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Iranian protesters chant slogans at a rally in Tehran last month.

The death of a young Iranian in custody for allegedly taking part in antiestablishment protests has heightened fears of brutal official reprisals against detained protesters and other perceived dissidents following the worst street demonstrations Iran has seen in nearly a decade.

Iranian activists probing the fates of detainees during protests and other unrest that erupted late last month reported on January 7 that 22-year-old Sina Ghanbari had died in prison of "unknown causes. "

The activists, who include lawyers and volunteers including individuals caught in past crackdowns like the one after a disputed presidential election in 2009, say their self-styled committee was informed of Ghanbari's death by other detainees following their release.

Well after the unconfirmed reports, the head of the prison authority in Tehran Province on January 8 said that Ghanbari had hanged himself in a prison lavatory.

"On the morning of Saturday, January 6, one of the prisoners, Sina Ghanbari, son of Ali Akbar, visited the lavatory of the quarantine section and hanged himself," Mostafa Mohebi told the semiofficial ISNA news agency.

Mohebi said a prosecutor had come to the prison and interviewed "prison guards and those informed" while also issuing "necessary orders."

The activists committee said via an announcement by activist Mehdi Mahmudian, a journalist and member of the reformist Participation Front who spent time in jail in 2009, that Ghanbari had been held in the quarantine section of Tehran's Evin prison, where detainees are frequently held before being taken to a general ward.

Fears Of Another Kahrizak

Mahmudian was reportedly crucial in informing the public about the abuses at Kahrizak, a detention facility where abuses were alleged in 2009.

Two Iranian lawmakers subsequently confirmed Ghanbari's death and suggested that the young man had committed suicide while in detention but did not offer details.

"This 22-year-old young man was arrested by the police. I was informed that he had committed suicide in jail," reformist lawmaker Tayebeh Siavashi was quoted as saying by the semiofficial ILNA news agency.

Another reformist lawmaker, Mahmud Sadeghi, made a similar statement to Etemadonline, saying that he had been informed through an unnamed "intelligence official" that Ghanbari had committed suicide in Evin.

Writing on Twitter, Sadeghi warned Iranian officials about a repeat of events following the 2009 protests, when reports emerged of detainees held at the Kahrizak detention center in Tehran being tortured and raped. At least three of those detainees died as the result of torture, rights groups reported.

"I'm warning the president along with judiciary and intelligence officials of a second Kahrizak," Sadeghi tweeted.

At least 22 other deaths have been reported in connection with the December-January protests but Ghanbari's is the first report of a death in custody.

"This news is like a knife stabbing the hearts of those whose young ones are in prison," said Mohammad Aghazadeh, whose son, Soheil Aghazadeh, is among some 80 students arrested recently.

"Even if [the news] is true, what did you do to them that they prefer to die than to tolerate your actions?" Aghazadeh asked in a separate tweet.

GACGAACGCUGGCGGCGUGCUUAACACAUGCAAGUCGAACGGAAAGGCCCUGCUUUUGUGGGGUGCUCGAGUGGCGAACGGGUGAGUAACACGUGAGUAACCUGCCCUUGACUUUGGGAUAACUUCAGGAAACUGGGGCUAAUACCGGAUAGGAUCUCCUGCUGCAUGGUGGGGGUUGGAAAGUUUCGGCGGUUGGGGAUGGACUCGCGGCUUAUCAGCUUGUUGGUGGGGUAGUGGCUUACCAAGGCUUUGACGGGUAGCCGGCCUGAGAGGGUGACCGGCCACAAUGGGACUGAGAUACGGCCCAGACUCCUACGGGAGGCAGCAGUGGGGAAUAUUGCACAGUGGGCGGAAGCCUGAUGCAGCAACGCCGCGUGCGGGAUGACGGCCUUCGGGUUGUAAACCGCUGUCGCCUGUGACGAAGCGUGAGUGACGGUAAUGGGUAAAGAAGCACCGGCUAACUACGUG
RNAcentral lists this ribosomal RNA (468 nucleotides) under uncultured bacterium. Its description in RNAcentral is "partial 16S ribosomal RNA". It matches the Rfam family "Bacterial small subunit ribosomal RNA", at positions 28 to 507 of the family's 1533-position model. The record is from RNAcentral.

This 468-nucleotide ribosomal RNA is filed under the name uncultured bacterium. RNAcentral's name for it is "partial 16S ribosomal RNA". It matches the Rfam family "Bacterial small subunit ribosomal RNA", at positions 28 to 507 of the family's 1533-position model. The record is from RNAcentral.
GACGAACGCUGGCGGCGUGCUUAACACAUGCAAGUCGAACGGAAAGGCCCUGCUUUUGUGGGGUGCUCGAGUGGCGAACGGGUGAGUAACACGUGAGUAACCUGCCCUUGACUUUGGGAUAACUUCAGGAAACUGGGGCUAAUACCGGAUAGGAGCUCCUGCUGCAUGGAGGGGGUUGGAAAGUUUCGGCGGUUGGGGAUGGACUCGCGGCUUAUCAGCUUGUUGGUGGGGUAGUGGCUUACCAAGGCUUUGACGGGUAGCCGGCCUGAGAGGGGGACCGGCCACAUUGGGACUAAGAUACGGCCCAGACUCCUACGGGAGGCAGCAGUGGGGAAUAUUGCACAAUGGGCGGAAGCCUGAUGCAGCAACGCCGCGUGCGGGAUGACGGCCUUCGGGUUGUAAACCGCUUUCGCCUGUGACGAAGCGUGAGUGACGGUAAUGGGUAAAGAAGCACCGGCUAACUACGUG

Wave Of 'Preventive' Arrests?

Some of the detained students were reportedly not among the protesters, but details are difficult to confirm due to official secrecy and restrictions on reporting in Iran.

An Iranian lawmaker said on January 5 that the authorities said that most of the students had been arrested as a "preventive measure."

Iranian authorities said that at least 450 people were arrested over a three-day span after the protests began in western Iran in late December. Subsequent reports suggest that well over 1,500 people have been arrested across the country, with some estimates much higher.

Dozens of detainees are said to have been released in recent days. However, hundreds remain in jail, and little has been said officially about their conditions.

Authorities have warned some of the families of those arrested not to speak to the media.

Kasra Nuri, a member of the Sufi Gonabadi order who previously spent several years in prison for his activism, is among those arrested. His mother, Shokoufeh Yadollahi, told RFE/RL's Radio Farda that Nuri had not participated in any of the recent antiestablishment protests.

"It's not clear why he was arrested. Kasra and three of his friends had gone to the Dey hospital [in Tehran] to visit a friend when security forces arrested them while using electric shockers and firing shots into the air," Yadollahi said in a telephone interview.

She added that her son was being held in Section 209 of Evin prison. Yadollahi and family members of him and of other detainees have gathered in front on the prison to appeal for their release.

Amnesty International demanded on January 4 that Iranian authorities "protect hundreds of detainees from torture and other ill-treatment."

"Given the alarming scale of the current wave of arrests, it is highly likely that many of those held are peaceful protesters who have been detained arbitrarily and now find themselves in prisons where conditions are dire and torture is a common tool to extract confessions and punish dissidents," Amnesty International's research and advocacy director for the Middle East and North Africa, Philip Luther, said.